Improved processes and technology lead to successful projects.

Ask any construction professional for their definition of “project success” and you’ll get an array of different – and sometimes conflicting – answers. So, what does successful project delivery really mean? And, how can you achieve it?

At its most basic, a project can be said to be successful when it’s delivered on time and on budget and has met all business requirements. That’s easy to say, but not always easy to execute, particularly with projects that are highly complex, involving countless stakeholders and thousands of moving parts.

Project success hinges partly on ensuring predictability in both planning and field execution. That predictability comes from knowing the issues and having direct and challenging conversations around them before it’s too late in the process to course-correct.

A three-pronged approach that gets the right people around the table, then develops agreed-upon processes, and finally ties them together through appropriate technology can go a long way in helping you gain the visibility and foresight you need to achieve project success.

The First Pillar: People

As a first step in building out a predictable project plan, you need to assemble the right people at the right levels from the beginning and get them working together.

In a collaborative environment, with the correct stakeholders on board, you are better able to spot potential pain points and disconnects in a plan before work begins. This enables the proper building of work packages so they can be executed in the correct sequence, minimizing challenges conceptually before they get put into practice.

The philosophy behind this methodology is known as Integrated Project Delivery, where planners, engineers, owners, contractors and subcontractors work together to provide input on a project from its earliest stages. By fielding and evaluating their diverse perspectives based on collective experience and using those valuable insights to plan around potential pitfalls, you have a greater ability to minimize associated risks.

The Second Pillar: Process

With the correct people in place, the focus falls to process, with particular attention to two key areas: advanced work planning and integrated project controls. Advanced work planning aims to create a construction-driven plan based on sequencing. If items are out of sequence in your build, the results can be disastrous.

For instance, if you’re to build out a section that connects to piping, but the plan didn’t instruct adding the piping before this segment, the entire project will be thrown off course. Also, you might not have scheduled the correct craftspeople or have all of the required materials on hand – or even have the necessary segment completed to execute the plan as written. It’s a matter of examining your process and ensuring you have defined the most logical sequence of work for the goal at hand, thereby minimizing risk.

By adopting an advanced work planning process, you have a planner who assigns work areas, installation packs and design packs. He or she also transforms and adds data to the engineering model before assembling activities, models and drawings to installation work packages (IWPs) and design work packages.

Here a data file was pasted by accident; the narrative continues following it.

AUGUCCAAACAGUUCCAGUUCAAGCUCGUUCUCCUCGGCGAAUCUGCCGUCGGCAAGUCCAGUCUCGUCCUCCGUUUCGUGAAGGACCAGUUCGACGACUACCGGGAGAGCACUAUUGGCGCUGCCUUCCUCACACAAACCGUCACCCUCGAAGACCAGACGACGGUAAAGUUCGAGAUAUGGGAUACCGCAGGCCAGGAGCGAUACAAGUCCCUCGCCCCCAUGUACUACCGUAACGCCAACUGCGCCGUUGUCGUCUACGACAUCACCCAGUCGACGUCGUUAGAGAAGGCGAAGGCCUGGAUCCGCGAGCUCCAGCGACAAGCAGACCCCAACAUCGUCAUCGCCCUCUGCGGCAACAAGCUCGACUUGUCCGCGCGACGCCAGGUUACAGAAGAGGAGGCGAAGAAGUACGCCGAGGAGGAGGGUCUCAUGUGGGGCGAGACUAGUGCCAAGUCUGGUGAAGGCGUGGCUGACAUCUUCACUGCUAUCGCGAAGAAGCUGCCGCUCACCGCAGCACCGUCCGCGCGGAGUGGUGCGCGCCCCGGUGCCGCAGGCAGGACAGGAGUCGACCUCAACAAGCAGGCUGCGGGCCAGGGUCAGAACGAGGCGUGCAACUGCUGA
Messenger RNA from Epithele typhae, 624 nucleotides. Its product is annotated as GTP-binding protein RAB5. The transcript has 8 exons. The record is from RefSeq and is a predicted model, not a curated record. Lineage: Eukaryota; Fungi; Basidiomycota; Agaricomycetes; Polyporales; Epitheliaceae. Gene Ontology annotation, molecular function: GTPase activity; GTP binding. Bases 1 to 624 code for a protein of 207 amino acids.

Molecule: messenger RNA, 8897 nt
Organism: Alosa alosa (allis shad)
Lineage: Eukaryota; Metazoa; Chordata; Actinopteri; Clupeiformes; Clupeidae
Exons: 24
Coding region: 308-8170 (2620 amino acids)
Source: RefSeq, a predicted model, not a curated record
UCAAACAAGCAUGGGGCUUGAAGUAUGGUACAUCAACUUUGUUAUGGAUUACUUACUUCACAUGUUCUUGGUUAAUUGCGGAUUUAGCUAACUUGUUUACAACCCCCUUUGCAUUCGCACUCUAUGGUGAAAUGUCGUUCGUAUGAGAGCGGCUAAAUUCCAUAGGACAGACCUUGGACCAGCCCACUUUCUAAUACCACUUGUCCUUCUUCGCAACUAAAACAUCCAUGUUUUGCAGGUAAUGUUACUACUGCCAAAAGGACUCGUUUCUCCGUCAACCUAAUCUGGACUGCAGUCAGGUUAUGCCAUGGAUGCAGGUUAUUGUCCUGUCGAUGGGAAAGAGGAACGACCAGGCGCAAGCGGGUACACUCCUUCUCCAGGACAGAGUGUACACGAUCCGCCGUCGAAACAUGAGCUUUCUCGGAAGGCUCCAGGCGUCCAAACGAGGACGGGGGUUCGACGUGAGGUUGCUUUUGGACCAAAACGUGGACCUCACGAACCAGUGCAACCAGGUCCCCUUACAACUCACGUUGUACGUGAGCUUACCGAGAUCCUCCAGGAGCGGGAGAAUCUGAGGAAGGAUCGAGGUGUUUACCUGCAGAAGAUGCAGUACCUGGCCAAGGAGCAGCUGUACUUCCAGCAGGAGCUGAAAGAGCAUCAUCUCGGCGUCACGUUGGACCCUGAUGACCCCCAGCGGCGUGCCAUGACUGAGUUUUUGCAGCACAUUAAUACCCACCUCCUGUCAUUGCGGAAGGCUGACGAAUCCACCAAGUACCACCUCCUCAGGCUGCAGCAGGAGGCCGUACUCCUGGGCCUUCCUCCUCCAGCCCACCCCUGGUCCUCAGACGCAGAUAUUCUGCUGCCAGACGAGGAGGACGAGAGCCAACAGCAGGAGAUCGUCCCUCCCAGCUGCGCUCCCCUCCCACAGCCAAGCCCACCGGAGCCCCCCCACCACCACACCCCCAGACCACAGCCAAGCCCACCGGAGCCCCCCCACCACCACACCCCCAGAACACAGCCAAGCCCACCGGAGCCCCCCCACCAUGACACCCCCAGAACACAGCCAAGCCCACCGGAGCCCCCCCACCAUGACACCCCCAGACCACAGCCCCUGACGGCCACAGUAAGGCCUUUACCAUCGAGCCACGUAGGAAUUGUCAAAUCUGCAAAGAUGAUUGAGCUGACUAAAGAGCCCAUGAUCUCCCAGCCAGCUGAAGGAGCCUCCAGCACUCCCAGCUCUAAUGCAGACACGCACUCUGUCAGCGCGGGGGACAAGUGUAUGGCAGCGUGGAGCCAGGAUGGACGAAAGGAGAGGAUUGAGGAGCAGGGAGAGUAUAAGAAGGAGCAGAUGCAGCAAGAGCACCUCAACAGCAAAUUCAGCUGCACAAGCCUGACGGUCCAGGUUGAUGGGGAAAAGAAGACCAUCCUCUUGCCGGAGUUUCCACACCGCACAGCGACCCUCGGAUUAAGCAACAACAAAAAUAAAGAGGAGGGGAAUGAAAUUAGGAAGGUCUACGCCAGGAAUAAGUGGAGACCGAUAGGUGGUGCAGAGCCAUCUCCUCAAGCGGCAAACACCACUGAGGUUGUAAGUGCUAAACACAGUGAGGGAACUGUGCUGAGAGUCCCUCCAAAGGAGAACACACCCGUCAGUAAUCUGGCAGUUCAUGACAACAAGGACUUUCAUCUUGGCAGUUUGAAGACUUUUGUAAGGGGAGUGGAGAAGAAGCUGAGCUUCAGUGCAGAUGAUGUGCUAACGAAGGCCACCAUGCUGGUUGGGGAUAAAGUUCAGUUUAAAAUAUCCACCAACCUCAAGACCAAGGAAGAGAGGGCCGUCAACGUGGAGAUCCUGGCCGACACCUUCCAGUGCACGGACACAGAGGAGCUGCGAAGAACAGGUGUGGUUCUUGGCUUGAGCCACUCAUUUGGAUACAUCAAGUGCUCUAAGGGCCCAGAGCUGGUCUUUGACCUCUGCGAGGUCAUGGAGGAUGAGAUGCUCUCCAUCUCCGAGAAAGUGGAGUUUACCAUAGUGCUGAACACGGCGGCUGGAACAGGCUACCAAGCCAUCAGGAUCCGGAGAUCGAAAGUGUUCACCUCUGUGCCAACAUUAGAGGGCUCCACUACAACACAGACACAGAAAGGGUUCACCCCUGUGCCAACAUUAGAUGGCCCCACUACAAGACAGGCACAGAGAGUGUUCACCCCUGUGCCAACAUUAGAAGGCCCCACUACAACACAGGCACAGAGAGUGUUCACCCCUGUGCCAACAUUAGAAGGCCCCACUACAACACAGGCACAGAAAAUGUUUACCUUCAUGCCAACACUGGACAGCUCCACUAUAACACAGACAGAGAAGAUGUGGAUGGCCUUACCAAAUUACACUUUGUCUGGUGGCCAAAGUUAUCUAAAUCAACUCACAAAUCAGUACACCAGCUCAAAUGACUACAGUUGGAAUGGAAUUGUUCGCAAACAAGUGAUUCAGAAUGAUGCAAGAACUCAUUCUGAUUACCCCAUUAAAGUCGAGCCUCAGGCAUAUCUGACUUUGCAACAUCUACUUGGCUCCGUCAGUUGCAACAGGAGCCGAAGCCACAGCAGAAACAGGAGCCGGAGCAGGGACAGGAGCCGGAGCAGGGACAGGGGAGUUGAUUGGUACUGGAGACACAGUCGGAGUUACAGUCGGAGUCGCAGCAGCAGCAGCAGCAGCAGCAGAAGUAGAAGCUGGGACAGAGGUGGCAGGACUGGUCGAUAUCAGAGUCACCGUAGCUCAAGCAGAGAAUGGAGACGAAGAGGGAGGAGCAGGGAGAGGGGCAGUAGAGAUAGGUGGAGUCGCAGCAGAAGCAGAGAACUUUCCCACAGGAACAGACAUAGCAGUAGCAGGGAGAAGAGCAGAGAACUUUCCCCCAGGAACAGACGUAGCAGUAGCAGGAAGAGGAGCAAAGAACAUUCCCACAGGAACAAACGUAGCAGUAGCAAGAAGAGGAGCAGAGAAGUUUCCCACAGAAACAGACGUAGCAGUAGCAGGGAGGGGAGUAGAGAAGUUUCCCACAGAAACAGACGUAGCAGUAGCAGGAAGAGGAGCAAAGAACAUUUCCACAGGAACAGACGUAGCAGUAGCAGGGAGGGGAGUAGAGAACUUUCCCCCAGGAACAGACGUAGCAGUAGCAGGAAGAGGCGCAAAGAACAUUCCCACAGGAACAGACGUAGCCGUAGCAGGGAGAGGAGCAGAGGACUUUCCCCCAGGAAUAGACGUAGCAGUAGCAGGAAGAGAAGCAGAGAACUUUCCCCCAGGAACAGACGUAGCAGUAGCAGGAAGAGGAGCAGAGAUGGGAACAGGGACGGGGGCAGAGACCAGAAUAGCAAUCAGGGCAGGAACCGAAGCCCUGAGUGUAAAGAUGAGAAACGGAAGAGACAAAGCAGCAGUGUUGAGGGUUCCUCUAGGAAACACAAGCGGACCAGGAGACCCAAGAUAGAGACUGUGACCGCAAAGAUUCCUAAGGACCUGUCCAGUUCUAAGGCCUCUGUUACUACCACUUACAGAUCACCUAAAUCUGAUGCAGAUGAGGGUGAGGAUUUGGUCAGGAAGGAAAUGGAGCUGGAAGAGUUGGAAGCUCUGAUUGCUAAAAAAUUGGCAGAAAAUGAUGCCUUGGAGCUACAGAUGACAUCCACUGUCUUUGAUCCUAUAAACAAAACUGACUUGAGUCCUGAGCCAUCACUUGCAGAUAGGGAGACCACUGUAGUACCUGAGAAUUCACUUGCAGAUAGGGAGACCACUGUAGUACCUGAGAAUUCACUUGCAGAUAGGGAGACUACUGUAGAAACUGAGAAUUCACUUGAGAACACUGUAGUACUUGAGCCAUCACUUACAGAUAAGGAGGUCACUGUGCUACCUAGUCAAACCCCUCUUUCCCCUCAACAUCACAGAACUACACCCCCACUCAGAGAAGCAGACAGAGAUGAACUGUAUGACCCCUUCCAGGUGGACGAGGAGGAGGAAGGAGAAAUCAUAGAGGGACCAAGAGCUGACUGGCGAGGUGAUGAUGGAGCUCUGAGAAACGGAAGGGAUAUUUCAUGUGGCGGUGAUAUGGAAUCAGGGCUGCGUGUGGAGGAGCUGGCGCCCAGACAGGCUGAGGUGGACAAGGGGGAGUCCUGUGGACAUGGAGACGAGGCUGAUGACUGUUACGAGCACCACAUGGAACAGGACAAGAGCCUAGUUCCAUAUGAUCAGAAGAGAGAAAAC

The second key area of process development is integrated project controls. These project controls include collectively scheduling activities created by project quantities and installation steps and performing field data capture for both man-hours and the quantities installed.

Armed with this information, you can forecast productivity and determine if there are issues with the current plan as designed. Having the ability to capture this real-time data in a system built to analyze and provide quick visualizations is key – and that’s where technology steps in.

The Crucial Third Pillar: Technology

I consider technology to be the linchpin of our three pillars because by unlocking the power of project digitalization and advanced work planning, you can transform the way you respond to challenges and make critical project decisions in real time. Without technology supporting the people and the process, without data being collected and managed properly, you will never achieve the level of project predictability – and productivity – you envisioned.

Unfortunately, our industry has lagged behind others in digitalizing its assets. According to a recent McKinsey report, the construction industry is near the bottom of the list of largest global industries in IT revenue spend (1.1% of revenue). This is alarming, because studies show a direct correlation between digitalization and productivity.

By using digital project management solutions – particularly those that can capture the dynamics of field execution and deliver real-time reporting and status – you are able to work from a single source of truth. Technology empowers you to capture information from all the diverse perspectives involved in the project, as well as a centralized view of each IWP.

Without technology supporting the people and the process, without data being collected and managed properly, you will never achieve your desired outcome. Data is in the driver’s seat, and by adopting today’s technology, you will be on the road to project certainty and even greater project success – however you define it.

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